Tag Archives: Lexington Medical Cancer Center

Understanding Breast Cancer Surgery

Breast cancer is the most commonly diagnosed type of cancer at Lexington Medical Center. In fact, statistics show 1 in 8 women will be diagnosed with breast cancer in her lifetime.

Thankfully, researchers and clinicians have learned a lot about the best ways to treat breast cancer and save lives. That includes knowing more about the best surgery methods. A generation ago, every woman with breast cancer received a double mastectomy. Today, surgeons have realized that less may be more – and it’s possible in some cases to perform a lumpectomy or use other treatment methods instead of a mastectomy.

Each month, WLTX hosts a segment called “Buddy Call.” It’s designed for women to remember to call a friend and remind her to perform a monthly self-breast exam. They also feature a patient or doctor. This month, they came to visit Dr. Richard Webb of Lexington Surgical Associates.

Celebrating its 28th anniversary this year, Lexington Medical Center’s cancer program is affiliated with Duke Health to provide state-of-the-art cancer care for cancer patients in our community. The hospital has treated more 5,000 women in the last 15 years, with a breast program accredited by the National Accreditation Program for Breast Centers (NAPBC) and the American College of Radiology (ACR). Lexington Medical Center’s cancer program also has accreditation with commendation by the American College of Surgeons Commission on Cancer.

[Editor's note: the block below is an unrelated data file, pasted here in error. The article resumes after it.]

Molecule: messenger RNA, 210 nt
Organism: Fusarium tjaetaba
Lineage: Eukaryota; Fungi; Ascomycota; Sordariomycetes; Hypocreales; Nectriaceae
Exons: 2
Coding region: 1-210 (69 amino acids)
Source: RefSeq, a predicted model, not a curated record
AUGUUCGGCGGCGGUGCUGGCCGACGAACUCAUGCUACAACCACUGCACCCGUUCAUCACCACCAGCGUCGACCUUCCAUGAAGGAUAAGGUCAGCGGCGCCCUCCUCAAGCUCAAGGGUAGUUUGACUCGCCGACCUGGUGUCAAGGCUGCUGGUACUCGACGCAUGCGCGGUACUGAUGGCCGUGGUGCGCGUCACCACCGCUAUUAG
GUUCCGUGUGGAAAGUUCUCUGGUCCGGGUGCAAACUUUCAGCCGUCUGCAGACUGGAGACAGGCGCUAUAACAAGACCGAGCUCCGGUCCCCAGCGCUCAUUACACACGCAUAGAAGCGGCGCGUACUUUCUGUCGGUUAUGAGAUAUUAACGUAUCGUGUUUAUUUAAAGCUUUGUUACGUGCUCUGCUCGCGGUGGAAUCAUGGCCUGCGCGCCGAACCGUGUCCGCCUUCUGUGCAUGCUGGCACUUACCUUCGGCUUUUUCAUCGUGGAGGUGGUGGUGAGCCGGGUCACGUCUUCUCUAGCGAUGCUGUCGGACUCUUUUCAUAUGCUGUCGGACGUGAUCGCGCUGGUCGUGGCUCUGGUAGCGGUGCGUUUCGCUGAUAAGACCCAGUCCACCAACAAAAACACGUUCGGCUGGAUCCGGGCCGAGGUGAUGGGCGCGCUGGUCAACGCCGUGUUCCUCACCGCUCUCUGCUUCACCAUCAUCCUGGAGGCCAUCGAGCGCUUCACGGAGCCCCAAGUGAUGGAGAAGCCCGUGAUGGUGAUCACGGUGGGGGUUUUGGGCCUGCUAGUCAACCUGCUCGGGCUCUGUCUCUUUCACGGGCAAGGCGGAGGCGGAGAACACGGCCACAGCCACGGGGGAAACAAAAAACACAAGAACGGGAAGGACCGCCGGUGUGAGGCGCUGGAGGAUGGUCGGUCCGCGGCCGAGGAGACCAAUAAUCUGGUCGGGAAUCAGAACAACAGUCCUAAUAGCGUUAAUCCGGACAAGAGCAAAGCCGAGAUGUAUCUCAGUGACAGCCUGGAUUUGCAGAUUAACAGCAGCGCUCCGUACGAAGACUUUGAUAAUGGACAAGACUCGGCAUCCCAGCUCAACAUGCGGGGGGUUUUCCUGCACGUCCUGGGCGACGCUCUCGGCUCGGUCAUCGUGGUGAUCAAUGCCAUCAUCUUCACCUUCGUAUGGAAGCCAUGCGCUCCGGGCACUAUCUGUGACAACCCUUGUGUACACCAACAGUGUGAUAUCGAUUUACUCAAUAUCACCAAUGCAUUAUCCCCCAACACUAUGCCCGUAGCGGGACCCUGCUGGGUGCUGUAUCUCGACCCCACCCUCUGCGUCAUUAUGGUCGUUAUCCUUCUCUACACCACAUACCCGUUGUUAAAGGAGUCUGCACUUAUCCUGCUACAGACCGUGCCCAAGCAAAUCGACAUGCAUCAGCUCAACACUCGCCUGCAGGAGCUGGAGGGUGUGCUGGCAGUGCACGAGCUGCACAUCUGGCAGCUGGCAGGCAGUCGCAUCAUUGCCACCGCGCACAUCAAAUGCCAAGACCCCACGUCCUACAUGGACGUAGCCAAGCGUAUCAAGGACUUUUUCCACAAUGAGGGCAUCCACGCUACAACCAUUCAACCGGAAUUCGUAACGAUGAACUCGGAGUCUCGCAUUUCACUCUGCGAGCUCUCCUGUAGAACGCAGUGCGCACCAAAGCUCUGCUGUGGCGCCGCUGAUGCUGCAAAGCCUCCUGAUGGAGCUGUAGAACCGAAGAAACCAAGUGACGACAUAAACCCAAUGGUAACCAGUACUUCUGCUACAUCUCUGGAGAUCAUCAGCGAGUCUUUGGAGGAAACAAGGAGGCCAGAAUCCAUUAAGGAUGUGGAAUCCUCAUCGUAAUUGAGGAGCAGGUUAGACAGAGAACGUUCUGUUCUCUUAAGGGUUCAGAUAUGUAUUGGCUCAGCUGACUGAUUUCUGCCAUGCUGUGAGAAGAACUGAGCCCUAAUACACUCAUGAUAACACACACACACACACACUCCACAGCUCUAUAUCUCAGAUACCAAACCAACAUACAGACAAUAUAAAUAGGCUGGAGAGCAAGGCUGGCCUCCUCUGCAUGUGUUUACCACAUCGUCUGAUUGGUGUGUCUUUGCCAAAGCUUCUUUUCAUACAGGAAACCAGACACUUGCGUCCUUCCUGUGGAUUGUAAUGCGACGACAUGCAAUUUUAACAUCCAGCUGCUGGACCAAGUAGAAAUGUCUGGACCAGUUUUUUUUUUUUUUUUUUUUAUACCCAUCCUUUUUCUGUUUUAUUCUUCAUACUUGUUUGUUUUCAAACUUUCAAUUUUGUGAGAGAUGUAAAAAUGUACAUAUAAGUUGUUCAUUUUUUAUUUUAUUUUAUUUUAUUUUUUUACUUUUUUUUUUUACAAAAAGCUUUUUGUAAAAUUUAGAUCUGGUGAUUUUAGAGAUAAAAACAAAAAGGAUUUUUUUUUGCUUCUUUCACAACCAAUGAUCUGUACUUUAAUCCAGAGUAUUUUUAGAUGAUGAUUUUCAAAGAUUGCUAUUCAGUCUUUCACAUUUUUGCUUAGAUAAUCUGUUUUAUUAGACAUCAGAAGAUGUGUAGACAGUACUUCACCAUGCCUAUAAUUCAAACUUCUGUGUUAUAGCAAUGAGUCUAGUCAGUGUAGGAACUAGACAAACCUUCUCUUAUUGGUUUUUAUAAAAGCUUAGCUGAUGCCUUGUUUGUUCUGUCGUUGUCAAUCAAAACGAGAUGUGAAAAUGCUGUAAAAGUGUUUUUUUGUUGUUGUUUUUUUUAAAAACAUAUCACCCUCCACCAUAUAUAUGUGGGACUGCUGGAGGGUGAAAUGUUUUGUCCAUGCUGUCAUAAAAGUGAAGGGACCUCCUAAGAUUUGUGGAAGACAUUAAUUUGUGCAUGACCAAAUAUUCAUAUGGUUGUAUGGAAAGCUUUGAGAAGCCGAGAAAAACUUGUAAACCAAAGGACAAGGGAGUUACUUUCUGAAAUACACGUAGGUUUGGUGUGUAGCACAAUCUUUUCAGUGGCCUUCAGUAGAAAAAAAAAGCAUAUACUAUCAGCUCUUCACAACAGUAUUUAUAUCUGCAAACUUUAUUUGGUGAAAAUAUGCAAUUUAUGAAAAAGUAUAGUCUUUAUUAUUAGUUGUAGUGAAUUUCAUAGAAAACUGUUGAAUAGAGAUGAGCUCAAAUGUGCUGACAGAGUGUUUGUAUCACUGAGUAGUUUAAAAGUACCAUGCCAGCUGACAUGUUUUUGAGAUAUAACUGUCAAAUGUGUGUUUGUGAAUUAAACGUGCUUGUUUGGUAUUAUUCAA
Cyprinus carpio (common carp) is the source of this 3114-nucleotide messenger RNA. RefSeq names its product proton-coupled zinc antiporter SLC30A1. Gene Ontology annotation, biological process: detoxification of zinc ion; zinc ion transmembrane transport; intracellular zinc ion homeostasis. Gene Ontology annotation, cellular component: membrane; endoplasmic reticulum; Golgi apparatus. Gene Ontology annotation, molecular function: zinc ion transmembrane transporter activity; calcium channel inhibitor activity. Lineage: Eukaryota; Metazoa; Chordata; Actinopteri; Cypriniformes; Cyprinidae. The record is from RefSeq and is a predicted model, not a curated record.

For more information on cancer services at Lexington Medical Center, visit LexMed.com/Cancer.

McDaniels Gala and Golf Classic Raises $507,370 for 3-D Mammography

The 2018 McDaniels Automotive Group Gala and Golf Classic raised a record $507,370 for Lexington Medical Center’s Campaign for Clarity, a capital campaign to expand 3-D mammography throughout Lexington Medical Center’s network of care. The total is the highest amount raised in the event’s 26-year history.

“We are so proud that this event helps us make 3-D mammography a priority for all patients at Lexington Medical Center,” said Barbara Willm, vice president of Development and Community Relations at Lexington Medical Center. “This technology will have a significant impact on the health of our community.”

The two-day event on March 29 and 30 included a gala at the Columbia Metropolitan Convention Center and a golf tournament at the Fort Jackson Golf Club. More than 600 people attended the gala. And, 62 teams of four participated in the golf tournament. Both were sold out.

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“3-D mammography will detect breast cancer earlier and easier,” said Suzanne Pucci, president of Stanley Steemer of the Midlands and chair of the event. “Our ultimate goal is to save lives.”

The gala featured live and silent auctions, music by The Root Doctors and catering from the Blue Marlin. Live auction items at the gala include Hootie and the Blowfish Monday after the Masters tickets with VIP access; a party for 100 attendees at the Vista Room in Columbia with food, beer and wine from the Blue Marlin and live music; and a “Create Your Own Trip” package with a Ritz-Carlton hotel stay and international airline tickets. Silent auction items include a Live PD Ride Along; four tickets to see the Eagles; a Seabrook Island golf weekend; and a driving experience at the Porsche Experience Center in Atlanta.